Equal Credit Opportunity Act
Protections offered by the Equal Credit Opportunity Act
The Equal Credit Opportunity Act offers some very real protection against discrimination in terms of whether or not you get credit. Here are some ways that ECOA protects you:
Information that cannot be used in determining whether you get credit includes your marital status, your race and/or country of origin, age, religion or sex. Companies can ask for this information, in order to put together demographic data, but they cannot use it as part of the decision about your credit application.
There is some information that companies can use when it comes to deciding whether or not you get the credit you apply for. The information that lenders can use include the following:
- Income: It is alright for lenders to decide whether or not to give you credit based on how much money you make.
- Payment history: Creditors can look at your payment history and decide whether or not they want to give you a loan. This information lets them know if you can be counted upon to make your payments as agreed.
- Debt-to-income ratio: Lenders are allowed to decide whether or not you have too much debt for your income. This is done in case you have such a high debt load that the payments would overwhelm you.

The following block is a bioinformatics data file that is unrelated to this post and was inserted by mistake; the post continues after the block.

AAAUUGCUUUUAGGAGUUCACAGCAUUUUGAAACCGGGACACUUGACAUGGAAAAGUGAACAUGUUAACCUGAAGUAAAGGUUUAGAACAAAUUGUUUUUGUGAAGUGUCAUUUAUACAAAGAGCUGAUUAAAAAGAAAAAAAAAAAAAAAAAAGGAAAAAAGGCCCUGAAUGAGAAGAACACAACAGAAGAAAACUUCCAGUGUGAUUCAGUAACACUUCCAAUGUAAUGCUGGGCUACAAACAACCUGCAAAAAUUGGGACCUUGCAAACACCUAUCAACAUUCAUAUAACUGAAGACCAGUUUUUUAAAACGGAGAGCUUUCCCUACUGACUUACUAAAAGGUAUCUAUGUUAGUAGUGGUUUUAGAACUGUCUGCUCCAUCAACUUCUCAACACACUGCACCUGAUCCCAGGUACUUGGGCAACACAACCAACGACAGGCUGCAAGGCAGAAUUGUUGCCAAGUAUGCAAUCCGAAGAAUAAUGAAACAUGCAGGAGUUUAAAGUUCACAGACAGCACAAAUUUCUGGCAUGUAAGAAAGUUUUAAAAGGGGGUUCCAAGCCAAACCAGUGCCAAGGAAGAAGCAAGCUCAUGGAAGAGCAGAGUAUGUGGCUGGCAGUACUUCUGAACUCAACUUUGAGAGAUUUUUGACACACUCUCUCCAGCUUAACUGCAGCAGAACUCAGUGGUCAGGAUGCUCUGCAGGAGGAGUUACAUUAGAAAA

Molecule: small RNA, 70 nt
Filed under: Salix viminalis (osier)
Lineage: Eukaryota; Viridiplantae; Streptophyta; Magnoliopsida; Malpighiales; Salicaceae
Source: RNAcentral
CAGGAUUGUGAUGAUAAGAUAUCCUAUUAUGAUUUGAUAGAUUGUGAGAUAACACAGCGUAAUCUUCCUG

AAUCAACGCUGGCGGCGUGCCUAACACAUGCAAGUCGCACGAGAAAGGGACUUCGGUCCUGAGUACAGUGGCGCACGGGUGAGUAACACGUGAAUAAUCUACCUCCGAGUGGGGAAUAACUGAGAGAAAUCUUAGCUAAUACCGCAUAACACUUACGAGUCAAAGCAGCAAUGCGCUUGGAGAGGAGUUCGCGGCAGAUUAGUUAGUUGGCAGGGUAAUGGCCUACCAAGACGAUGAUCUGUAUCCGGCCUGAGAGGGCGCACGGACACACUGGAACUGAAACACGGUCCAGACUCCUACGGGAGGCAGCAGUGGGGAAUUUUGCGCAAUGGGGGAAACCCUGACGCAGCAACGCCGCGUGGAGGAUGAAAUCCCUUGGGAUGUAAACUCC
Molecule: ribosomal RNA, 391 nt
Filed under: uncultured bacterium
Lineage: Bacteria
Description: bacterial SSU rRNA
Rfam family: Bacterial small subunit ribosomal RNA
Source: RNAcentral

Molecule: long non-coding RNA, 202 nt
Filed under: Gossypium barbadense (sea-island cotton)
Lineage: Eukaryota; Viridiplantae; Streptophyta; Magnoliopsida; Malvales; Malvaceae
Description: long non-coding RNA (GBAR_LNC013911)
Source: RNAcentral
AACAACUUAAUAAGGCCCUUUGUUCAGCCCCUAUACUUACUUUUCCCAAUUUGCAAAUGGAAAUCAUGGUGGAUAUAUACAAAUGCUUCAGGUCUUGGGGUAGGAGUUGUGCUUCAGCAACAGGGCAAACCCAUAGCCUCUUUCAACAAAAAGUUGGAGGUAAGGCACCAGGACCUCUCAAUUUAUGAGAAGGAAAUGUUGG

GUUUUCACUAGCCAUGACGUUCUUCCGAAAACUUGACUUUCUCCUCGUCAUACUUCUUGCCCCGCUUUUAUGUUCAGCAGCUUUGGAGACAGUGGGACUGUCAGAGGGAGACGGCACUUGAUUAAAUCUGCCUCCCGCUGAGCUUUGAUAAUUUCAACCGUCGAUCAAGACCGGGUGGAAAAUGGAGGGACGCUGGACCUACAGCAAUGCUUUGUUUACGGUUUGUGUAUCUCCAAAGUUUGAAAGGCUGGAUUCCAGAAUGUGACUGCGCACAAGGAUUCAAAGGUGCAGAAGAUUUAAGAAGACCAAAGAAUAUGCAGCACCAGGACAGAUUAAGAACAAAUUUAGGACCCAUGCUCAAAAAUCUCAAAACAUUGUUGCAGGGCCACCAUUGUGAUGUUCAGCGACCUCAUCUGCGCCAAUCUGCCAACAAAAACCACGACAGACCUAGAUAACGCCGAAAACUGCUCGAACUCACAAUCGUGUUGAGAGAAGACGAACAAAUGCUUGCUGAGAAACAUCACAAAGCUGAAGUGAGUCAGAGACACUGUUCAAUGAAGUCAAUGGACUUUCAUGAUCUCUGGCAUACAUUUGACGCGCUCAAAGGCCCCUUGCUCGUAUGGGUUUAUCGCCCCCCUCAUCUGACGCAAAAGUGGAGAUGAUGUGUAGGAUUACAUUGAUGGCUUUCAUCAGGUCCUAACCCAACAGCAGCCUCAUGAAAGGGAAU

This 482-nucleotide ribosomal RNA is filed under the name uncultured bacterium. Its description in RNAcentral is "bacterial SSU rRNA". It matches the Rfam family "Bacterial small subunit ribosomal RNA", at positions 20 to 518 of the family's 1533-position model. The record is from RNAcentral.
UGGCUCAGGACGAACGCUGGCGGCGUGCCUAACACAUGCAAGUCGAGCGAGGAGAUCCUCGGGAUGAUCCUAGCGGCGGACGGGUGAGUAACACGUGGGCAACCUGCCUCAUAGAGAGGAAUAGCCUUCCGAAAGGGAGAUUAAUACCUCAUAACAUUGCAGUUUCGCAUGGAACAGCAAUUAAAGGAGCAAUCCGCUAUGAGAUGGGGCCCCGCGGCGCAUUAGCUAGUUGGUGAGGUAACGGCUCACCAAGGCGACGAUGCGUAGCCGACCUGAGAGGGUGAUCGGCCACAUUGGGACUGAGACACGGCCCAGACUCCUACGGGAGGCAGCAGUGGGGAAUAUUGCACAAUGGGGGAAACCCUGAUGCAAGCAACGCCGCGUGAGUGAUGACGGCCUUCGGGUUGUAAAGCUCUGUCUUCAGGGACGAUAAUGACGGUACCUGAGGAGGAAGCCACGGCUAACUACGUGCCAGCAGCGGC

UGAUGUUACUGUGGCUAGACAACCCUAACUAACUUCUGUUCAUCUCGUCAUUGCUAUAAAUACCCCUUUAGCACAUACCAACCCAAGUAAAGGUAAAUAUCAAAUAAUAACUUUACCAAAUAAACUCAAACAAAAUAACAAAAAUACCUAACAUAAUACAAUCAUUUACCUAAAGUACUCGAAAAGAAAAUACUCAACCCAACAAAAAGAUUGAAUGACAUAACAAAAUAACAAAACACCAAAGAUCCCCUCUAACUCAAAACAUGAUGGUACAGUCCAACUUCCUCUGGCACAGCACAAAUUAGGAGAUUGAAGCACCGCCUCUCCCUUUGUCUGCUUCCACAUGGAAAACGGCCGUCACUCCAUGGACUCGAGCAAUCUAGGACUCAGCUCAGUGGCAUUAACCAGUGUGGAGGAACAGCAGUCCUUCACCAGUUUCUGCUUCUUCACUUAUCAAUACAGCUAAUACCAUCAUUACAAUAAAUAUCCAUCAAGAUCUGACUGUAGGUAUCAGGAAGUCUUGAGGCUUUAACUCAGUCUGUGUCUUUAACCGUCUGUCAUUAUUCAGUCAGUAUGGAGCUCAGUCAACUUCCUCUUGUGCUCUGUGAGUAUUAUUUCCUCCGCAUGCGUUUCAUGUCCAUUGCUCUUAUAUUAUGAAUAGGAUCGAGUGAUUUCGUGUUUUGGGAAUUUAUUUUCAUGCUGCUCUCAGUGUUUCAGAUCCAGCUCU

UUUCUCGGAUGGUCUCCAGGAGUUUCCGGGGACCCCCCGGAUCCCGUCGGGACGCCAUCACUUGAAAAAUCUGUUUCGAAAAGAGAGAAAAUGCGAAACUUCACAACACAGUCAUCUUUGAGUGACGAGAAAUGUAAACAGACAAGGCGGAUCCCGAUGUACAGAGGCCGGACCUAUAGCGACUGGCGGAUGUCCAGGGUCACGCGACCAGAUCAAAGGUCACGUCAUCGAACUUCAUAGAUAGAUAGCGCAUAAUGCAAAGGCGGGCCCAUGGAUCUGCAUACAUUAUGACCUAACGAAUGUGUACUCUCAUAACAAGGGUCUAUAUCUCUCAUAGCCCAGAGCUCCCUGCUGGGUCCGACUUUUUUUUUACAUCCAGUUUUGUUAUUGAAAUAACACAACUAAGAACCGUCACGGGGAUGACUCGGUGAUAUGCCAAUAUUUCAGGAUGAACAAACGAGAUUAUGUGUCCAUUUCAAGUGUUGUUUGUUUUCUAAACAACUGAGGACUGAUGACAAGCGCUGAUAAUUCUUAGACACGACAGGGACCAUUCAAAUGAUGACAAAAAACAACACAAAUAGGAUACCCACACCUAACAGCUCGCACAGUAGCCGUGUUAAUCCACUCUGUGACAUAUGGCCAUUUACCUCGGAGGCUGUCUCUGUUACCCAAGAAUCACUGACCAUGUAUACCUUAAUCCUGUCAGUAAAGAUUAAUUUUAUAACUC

- Length of credit history: Creditors can decide that you do not have a long enough credit history established to justify the risk of lending you money.
- Negative items: Things like bankruptcies and loan defaults can be used in decisions about your credit application. Lenders can decide that you are too irresponsible for credit. However, it is important to note that these negative items are removed from your credit file after seven to ten years.
You have the right to know why you were denied credit. If you have been denied credit, ECOA says that you have the right to know why the company decided not to issue you credit. If you have been denied credit, you can ask for the specific reasons that your application was denied. You can then check to see if the reasons are valid.
Public assistance must be considered as income. In some cases, creditors have been known to not accept public assistance as a type of income. However, the Equal Credit Opportunity Act requires regular and reliable public assistance to be counted as household income. This means that lenders must include regular Social Security, Disability and other types of public assistance as your income.
Businesses have these rights as well. Sometimes, a business needs to apply for credit. The ECOA grants businesses the same protections that individuals have when applying for credit.
Credit is one of the most important aspects of your personal finances. It is important to build good credit, and to make sure that your financial reputation remains intact. One of the best ways to do this is to use credit wisely, and to make sure that you know your consumer rights with regard to credit applications and credit reporting.
You can find more information about the Equal Credit Opportunity Act and other aspects of consumer protection by visiting the Web site for the Federal Trade Commission at www.ftc.gov.
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